Kennelful of Pluto puppies


Pick of the Pics and Updating Magic Universe

A kennelful of Pluto puppies

Three successive images from the Hubble Space Telescope show two remote objects in the Solar System inching across the sky in front of a distant galaxy (bottom left of each image). The near-vertical streaks are due to the objects moving while Hubble was watching. They are small “trans-Neptunian” objects – comets or asteroids – orbiting the Sun at about 43 times farther out than the Earth. They appear to be companions, at about half the separation of the Earth and Moon. Credits: a negative version of part of Fig. 3 in Fuentes et al., Astrophysical Journal (see references); imagery from HST/ACS/WFC

Soon to be published is the discovery of 14 new members of the Solar System in the so-called Kuiper Belt beyond the most distant “real” planet, Neptune. They are 40-100 km leftover scraps from the building of the Sun’s family of planets. To find them, a team from the Harvard-Smithsonian Center for Astrophysics and Northern Arizona University, led by Carlos Fuentes, trawled through existing images from the Hubble Space Telescope.

As Halley’s Comet and 15 other regular visitors came from the trans-Neptunian Kuiper Belt, I suppose I should be updating my Comets book, but although it mentions “Halley-class” comets orbiting not far beyond Neptune, it doesn’t name the Kuiper Belt. That important feature figures in Magic Universe, which was written two decades later and is more receptive to updating on this point. Here’s the most relevant section in the story called “Comets and asteroids: snowy dirtballs and their rocky cousins”.

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Dark matter’s lens


Updating Magic Universe

Dark matter’s lens on the cosmic scenery

Since 1996 the efforts of the French astrophysicist Jean-Paul Kneib to exploit natural lenses in the sky, created by the dark matter that surrounds clusters of galaxies, have fascinated me. While other stargazers used the “gravitational lenses”, bending light in the Einsteinian manner, to see galaxies far beyond the range of unaided telescopes, Kneib’s aim was to chart the mysterious dark matter itself. He wanted to see how visible matter and the far weightier dark matter have interacted through cosmic time – to see “the whole history of the Universe from start to finish”, as Kneib remarked to me in 2002.

It’s been taxing work, but now Kneib is one of the team reporting in today’s Science magazine about the dark matter around one the richest known clusters of galaxies. Abell 1689 lies 2.2 billion light-years away in the Virgo constellation, and a couple of years ago its extraordinary lensing power revealed a very distant and early object in the sky, Galaxy A1689-zD1, 12.8 billion light-years away. But that’s by the way

The new report not only gauges the cluster’s dark matter but uses the galaxies beyond it to infer the overall nature of space-time itself, dominated by the even more massive dark energy that drives the accelerating expansion of the Universe.

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Stars rush about


Pick of the pics

Young stars rush about like naughty children

Flicking between images of a star cluster taken by the WFPC2 camera in the Hubble Space Telescope in 1997 and 2007 reveals individual stars moving, like those seen in the boxes. In two years of close examination, German astronomers have gauged the motions of more than 700 stars and found them to be faster than expected. Most of the cluster stars move by less than 1/10 of a pixel over the ten-year period, which is not discernible by eye. The object is the massive compact Young Cluster, NGC 3603, lying 20,000 light-years away in the Carina spiral arm of the Galaxy. Credit: NASA, ESA and Wolfgang Brandner (MPIA), Boyke Rochau (MPIA) and Andrea Stolte (University of Cologne)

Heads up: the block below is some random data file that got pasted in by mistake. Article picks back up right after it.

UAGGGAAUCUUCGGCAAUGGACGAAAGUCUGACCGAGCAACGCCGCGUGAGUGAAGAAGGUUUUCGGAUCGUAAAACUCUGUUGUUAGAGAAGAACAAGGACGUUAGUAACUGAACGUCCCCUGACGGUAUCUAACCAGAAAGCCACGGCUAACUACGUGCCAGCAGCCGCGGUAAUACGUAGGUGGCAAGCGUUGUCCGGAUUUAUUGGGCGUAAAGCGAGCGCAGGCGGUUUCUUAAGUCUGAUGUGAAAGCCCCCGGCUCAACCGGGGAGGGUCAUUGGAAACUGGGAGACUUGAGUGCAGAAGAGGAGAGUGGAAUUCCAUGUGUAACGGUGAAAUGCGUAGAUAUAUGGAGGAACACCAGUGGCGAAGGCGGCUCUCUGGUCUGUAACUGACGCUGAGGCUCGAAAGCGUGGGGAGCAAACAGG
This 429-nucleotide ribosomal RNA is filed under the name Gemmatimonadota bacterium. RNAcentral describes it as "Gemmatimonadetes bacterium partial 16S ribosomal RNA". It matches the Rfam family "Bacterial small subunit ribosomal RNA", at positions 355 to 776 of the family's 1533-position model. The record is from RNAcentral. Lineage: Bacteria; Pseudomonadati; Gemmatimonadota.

Extracts from the Hubble press release

[If the flicking doesn’t work, go to this Hubble url to see it offered, on the right. NC]

With a mass of more than 10,000 suns packed into a volume with a diameter of a mere three light-years, the massive young star cluster in the nebula NGC 3603 is one of the most compact stellar clusters in the Milky Way and an ideal place to test theories for their formation.

A team of astronomers from the Max-Planck Institute for Astronomy in Heidelberg and the University of Cologne led by Wolfgang Brandner (MPIA) wanted to track the movement of the cluster’s many stars. Such a study could reveal whether the stars were in the process of drifting apart, or about to settle down.

The results for the motion of these cluster stars were surprising: this very massive star cluster has not yet settled down. Instead, the stars’ velocities were independent of their mass and thus still reflect conditions from the time the cluster was formed, approximately one million years ago.

In the long term such massive compact star clusters may lead to the development of the huge balls of stars known as globular clusters, whose tightly packed stars remain held together by gravity for billions of years.

Wolfgang Brandner (MPIA): This is the first time we have been able to measure precise stellar motions in such a compact young star cluster.

Andrea Stolte (Cologne): This is key information for astronomers trying to understand how such clusters are formed, and how they evolve.

Boyke Rochau (MPIA) Our measurements have a precision of 27 millionths of an arcsecond per year. This tiny angle corresponds to the apparent thickness of a human hair seen from a distance of 800 km.